Tim Mackrill of Roy Dennis Wildlife Foundation said “The success of the red kite reintroductions in the UK demonstrates the importance of this conservation technique for species which are naturally slow to expand their range. Restoring the red kite to areas of highly suitable habitat in the UK has enabled the population to recover from the impacts of persecution far more quickly than through natural recolonisation, and now means we are in a position to assist with the conservation of the species in Spain. It shows the clear benefits of a proactive approach to species recovery.

Karl Ivens, Forestry England Wildlife Ranger Manager involved in the original and current translocations, explained “I first spotted one of these magnificent birds in May 1994 after the Chilterns reintroduction. It was eating carrion near Wadenhoe Great Wood, ironically where the last nest site was recorded before they became extinct locally in the 1840s. Before I knew it, the following year I was in Spain collecting chicks to bring back to the nation’s forests!

I’m delighted to see this conservation success during my career, and it is an honour to be collecting chicks again, this time from woodlands I work in, to return to Spain. Red kites are now so easily seen and enjoyed by everyone locally and further afield thanks to a great partnership and Forestry England’s commitment to reintroducing wildlife in the nation’s forests.

Natural England Chair Tony Juniper said “The reintroduction of red kites to England is the most successful raptor conservation story in Europe. It’s a clear blueprint for the future of species reintroductions, particularly for some of our most endangered birds.

Through partnership working, new legally binding government targets for species abundance and the new environmental land management scheme, we increasingly have the means to turn the tide on Nature’s decline in England, bringing fresh promise for other native birds, including our beloved Hen Harrier and Curlew.

I’m hopeful the red kite chicks bound for Spain will flourish in the same way the chicks that arrived to this country a generation ago did, as we support those helping to rebuild the population and the prospects of this magnificent bird in southern Europe.

Sophie Common, ZSL (Zoological Society of London) said “It was important to assess the health of the red kites before they travelled back to Spain and the ZSL wildlife veterinarians were pleased to be able to give them the all clear.”

ENDS

[registration_form]

2 Replies to “Press release – Flying kites: the UK’s most successful bird conservation project returns the favour – and chicks – to Spain”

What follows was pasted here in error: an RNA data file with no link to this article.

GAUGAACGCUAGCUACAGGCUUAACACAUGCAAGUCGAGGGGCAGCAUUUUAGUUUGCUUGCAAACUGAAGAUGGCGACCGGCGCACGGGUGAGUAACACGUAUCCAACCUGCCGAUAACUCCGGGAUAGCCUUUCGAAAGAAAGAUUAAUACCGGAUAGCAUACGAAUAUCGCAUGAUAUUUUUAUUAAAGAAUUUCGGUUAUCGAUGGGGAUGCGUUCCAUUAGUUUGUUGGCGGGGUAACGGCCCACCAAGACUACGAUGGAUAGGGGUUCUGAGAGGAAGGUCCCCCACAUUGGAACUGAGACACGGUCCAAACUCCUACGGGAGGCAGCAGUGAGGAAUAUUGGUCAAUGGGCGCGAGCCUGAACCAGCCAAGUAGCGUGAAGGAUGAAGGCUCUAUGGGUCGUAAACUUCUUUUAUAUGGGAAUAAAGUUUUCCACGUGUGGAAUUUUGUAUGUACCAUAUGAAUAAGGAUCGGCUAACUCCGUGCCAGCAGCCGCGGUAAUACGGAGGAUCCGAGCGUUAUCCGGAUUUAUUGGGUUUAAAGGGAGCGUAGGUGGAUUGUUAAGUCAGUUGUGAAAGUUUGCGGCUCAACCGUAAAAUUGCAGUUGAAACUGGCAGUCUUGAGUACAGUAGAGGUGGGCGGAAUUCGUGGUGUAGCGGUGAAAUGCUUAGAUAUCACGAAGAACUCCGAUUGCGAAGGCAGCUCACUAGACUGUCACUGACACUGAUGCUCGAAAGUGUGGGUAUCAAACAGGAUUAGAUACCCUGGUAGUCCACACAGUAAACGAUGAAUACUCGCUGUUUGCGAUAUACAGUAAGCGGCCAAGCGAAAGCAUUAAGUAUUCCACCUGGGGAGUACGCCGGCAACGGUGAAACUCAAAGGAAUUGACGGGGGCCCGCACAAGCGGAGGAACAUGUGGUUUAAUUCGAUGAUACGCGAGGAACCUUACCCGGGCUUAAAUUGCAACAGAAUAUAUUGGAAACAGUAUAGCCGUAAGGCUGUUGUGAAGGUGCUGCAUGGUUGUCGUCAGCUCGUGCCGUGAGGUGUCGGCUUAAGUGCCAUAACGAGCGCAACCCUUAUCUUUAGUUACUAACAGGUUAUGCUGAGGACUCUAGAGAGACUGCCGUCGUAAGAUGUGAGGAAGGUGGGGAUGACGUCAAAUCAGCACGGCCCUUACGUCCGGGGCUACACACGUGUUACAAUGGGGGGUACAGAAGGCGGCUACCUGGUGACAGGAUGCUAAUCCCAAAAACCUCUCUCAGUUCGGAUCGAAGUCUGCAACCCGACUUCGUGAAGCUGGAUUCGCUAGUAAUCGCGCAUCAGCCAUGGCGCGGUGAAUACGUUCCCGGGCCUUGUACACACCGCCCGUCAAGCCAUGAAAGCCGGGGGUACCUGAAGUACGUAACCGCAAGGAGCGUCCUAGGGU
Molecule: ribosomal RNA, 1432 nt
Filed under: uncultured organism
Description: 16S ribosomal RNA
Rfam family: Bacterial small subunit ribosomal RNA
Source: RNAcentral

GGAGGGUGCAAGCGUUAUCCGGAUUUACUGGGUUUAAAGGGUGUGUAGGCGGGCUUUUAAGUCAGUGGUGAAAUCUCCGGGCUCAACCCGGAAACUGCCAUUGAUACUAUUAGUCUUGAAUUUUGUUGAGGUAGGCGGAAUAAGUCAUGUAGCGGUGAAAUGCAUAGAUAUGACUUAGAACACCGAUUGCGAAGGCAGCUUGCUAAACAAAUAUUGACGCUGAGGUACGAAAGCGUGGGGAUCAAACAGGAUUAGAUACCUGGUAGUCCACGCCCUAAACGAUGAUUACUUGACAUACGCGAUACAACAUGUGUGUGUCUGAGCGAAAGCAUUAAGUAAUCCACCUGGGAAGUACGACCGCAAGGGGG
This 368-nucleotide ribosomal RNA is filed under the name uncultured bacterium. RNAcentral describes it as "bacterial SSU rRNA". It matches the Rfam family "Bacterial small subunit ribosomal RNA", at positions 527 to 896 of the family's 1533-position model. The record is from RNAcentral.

1. Let’s hope the issues in Spain have been resolved and this is not just a show case, public relations exercise. There is no solid information as to why, now, this action is needed.

    1. Really good point. I’ve only been to Spain once, but it was in the south eastern corner up in the hills near Benidorm. Never have I seen such ecological degradation and a landscape where absolutely everything was squeezed out of it for human use and misuse. The soil erosion was terrible, gullies everywhere and what very little vegetation was left was of predominantly invasive species like Bermuda buttercup. Ludicrously grazing (the tiny amount that was possible) was still going on to munch up what very little was left. The only standing water in the area was in a reservoir to supply an almond plantation that was completely fenced off. I had panoramic views of miles and miles of open countryside and yet never once saw any bird up in the sky far less a raptor. I had a chance to stay there a month, but it was so soul destroying I went back to Suffolk (in mid February) after one week.

      The penalties for raptor persecution in Spain are very severe, people have been sent to jail, it’s taken seriously https://raptorpersecutionuk.org/2020/08/02/another-huge-penalty-for-raptor-poisoning-offence-in-spain/ – they even have specially trained dogs to sniff out poison baits. However, if the land is abused as much as I saw then there will be very few raptors, or wildlife of any description, to be persecuted in the first place. I’m not aware of any significant rehabilitation of degraded land in Spain, plus its entire Mediterranean coast seems to be comprised of villas, irrigated close cut lawns and predictable, bog standard palm trees – no urban conservation/wildlife habitat? Great that the UK is now helping with red kite conservation in Spain, but as persecution in the lowlands here has lessened – a bit – has degradation increased in Spain? What I saw was a very stark warning, but there seemed to be no finger pointing or alarm bell ringing which was desperately needed.

Leave a Reply

Your email address will not be published.

This site uses Akismet to reduce spam. Learn how your comment data is processed.